Imagine your mom, or your grandmother, maybe even your great-grandmother, with a secret past. Perhaps you know that she’s lived through some major historical events like World War II.
Now imagine finding out she not only lived through it – but was an integral part of secret military operations during the war.
That is part of Pittsburgh native Julia Parsons’ story. She was part of an all-women’s German code-breaking team.
“Nobody ever talked about it, this was really a secret thing … there were thousands of people there, and nobody ever found out that we could read their code. The Germans never found out,” Parsons said.
Parsons was a 1942 graduate of what was then known as Carnegie Tech, and at the time she was unsure of where that education would take her.
“When I graduated I had what is now known as humanities, then they called it general studies, which equipped you for nothing in the world really,” she said. “You had to take either a secretarial or library minor, so I took the library minor.”
Joining the Military
Parsons was young, unmarried, and U.S. involvement in World War II was ramping up. So after college she decided to take an Army ordinance job.
“We were checking gauges,” Parsons said. “The steel mills were making shells and all that kind of ordinance equipment, and they were hiring all the Rosie the Riveters to work there, which was the first time women had been in the steel mills, it was considered very bad luck to have women in – so they did not accept Rosie gracefully.”
She worked there for about a year.
“And then I saw in the paper one day that the Navy was asking for college graduate women to come in and go to OCS type thing – I forget what they Navy called it – Mid Shipmen’s School.”
On to New Adventures
Parsons answered the ad and went off to Smith College in Massachusetts to train. While there she took a couple of cryptology classes.
“I had never been in New England before, which was interesting because it was still snowing then, and I had never seen white snow before," she said. "Pittsburgh was so dirty then, just so dirty and New England was so clean and so pretty."
But Parsons didn’t stay there long. She completed her training at Smith and went to Washington, D.C. There she waited with other women to find out what her assignment would be. Then one day someone asked the group if anyone spoke German. Parsons had taken the language in high school, and that was good enough for the Navy.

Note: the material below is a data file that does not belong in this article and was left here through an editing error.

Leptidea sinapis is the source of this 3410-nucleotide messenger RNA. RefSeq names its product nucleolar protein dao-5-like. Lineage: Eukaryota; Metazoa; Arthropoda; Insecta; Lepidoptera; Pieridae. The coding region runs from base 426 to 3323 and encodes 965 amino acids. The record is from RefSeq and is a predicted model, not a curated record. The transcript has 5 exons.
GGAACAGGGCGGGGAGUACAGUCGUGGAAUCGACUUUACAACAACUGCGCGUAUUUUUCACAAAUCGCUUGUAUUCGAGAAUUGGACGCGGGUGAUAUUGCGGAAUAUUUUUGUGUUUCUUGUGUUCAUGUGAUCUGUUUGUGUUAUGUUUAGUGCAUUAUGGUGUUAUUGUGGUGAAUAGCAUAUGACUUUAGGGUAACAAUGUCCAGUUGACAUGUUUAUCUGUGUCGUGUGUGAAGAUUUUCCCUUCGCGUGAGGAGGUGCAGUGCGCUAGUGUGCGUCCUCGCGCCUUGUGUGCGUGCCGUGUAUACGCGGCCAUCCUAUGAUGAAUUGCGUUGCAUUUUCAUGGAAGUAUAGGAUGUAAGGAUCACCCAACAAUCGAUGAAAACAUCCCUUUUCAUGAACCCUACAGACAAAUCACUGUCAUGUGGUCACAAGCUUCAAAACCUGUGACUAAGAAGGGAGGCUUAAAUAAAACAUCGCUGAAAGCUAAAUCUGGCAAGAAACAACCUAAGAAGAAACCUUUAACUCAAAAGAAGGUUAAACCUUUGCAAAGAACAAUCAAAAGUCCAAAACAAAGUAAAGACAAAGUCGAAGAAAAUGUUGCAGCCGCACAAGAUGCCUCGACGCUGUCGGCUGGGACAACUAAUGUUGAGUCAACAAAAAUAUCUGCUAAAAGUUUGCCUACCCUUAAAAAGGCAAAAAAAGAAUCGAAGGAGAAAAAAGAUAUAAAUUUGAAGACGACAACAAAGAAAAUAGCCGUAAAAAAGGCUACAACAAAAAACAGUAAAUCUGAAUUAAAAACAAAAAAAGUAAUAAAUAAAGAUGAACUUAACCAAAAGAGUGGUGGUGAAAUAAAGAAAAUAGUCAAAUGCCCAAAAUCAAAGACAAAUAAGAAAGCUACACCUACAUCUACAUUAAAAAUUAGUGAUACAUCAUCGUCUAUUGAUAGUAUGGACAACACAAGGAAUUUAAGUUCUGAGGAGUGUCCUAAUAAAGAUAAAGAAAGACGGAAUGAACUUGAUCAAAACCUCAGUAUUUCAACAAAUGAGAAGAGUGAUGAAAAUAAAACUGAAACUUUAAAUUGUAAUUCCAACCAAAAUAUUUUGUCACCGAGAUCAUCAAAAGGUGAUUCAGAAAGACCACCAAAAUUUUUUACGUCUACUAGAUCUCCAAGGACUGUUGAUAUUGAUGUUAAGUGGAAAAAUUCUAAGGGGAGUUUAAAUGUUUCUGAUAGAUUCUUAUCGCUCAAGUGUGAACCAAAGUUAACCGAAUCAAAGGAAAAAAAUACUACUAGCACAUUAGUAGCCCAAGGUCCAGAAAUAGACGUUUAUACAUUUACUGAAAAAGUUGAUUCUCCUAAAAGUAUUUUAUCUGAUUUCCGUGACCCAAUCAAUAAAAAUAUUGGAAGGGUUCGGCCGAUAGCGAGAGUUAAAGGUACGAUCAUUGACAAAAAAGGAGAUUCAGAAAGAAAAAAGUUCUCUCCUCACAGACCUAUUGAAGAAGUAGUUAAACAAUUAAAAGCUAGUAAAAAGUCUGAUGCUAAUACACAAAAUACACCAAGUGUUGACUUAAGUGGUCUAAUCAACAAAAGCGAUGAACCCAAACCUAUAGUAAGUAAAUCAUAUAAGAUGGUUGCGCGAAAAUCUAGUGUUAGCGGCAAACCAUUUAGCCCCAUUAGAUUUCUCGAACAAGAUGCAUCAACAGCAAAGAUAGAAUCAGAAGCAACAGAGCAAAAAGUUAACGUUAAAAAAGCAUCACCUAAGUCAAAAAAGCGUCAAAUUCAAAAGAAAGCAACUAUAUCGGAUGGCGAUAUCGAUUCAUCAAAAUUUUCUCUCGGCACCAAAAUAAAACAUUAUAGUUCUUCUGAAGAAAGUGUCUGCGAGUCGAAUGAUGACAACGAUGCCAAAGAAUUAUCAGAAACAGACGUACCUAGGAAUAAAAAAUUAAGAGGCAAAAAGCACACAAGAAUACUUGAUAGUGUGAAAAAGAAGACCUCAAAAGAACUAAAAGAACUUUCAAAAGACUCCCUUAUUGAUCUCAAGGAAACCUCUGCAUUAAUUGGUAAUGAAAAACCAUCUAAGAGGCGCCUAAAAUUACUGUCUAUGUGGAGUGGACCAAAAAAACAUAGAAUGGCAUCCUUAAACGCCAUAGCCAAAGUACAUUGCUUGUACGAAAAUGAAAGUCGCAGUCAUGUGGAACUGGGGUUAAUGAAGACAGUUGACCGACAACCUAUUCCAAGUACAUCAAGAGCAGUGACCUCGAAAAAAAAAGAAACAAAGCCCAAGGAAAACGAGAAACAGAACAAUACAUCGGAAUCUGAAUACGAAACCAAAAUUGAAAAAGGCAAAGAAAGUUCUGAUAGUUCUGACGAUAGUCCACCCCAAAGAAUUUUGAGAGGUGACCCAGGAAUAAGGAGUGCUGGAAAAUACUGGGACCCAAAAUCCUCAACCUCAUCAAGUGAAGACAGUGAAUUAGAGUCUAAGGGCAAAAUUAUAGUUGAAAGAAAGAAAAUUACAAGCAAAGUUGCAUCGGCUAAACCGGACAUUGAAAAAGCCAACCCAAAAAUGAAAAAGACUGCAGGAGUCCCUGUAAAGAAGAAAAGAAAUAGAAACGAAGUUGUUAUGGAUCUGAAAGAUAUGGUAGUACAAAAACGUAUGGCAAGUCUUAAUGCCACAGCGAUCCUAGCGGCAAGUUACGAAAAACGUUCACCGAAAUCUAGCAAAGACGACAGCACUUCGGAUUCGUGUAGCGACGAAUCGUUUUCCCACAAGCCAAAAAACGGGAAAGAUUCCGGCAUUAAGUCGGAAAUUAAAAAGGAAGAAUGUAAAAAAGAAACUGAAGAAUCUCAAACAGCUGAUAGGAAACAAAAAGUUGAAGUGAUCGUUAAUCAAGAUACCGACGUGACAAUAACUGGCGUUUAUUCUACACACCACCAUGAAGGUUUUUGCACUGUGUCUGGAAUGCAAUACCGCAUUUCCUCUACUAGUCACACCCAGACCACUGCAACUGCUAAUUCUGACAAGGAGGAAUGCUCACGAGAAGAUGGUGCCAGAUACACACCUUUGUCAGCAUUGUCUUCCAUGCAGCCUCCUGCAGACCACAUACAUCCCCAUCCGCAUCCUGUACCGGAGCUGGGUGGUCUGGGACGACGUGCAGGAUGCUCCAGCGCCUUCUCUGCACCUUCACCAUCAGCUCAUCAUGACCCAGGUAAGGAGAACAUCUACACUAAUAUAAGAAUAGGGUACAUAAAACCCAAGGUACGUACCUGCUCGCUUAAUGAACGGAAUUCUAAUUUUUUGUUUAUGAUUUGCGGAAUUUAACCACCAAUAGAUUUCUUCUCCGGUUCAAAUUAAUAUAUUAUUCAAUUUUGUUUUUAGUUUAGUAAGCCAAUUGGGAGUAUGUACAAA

“I was put in the German section,” she said. “The German section that did the U-boat traffic was what I got into. We were to decode the message from control to the U-boats, the North Sea, the Bay of Biscayne, the Channel, the whole bit.”
All-Women’s Code-Breaking Team
Parsons’ section was called "SHARK," and their job was to decipher codes sent via the so-called "ENIGMA machine." That involved working with one of the first computers.
“They had dozens of messages every day telling the U-boats where to be, where the next gathering would be, where the dangerous convoys might be, if they wanted to avoid them,” Parsons said. “They would also send personal messages such as ‘happy birthday’ or if someone had a baby they would congratulate them. There were all sorts of filler traffic when they weren’t having any official messages.”
Parsons was working as a code breaker when she met her future husband — himself an Army man.
“I met him at a party one night and we were married a year later … I never told him anything,” she said. “I think it was so drummed into us that you didn’t tell. They had signs all over the place, the posters that said, ‘loose lips sink ships,’ everybody was doing something, and nobody asked anybody really.”
Not that keeping job specifics from friends and family was an easy thing.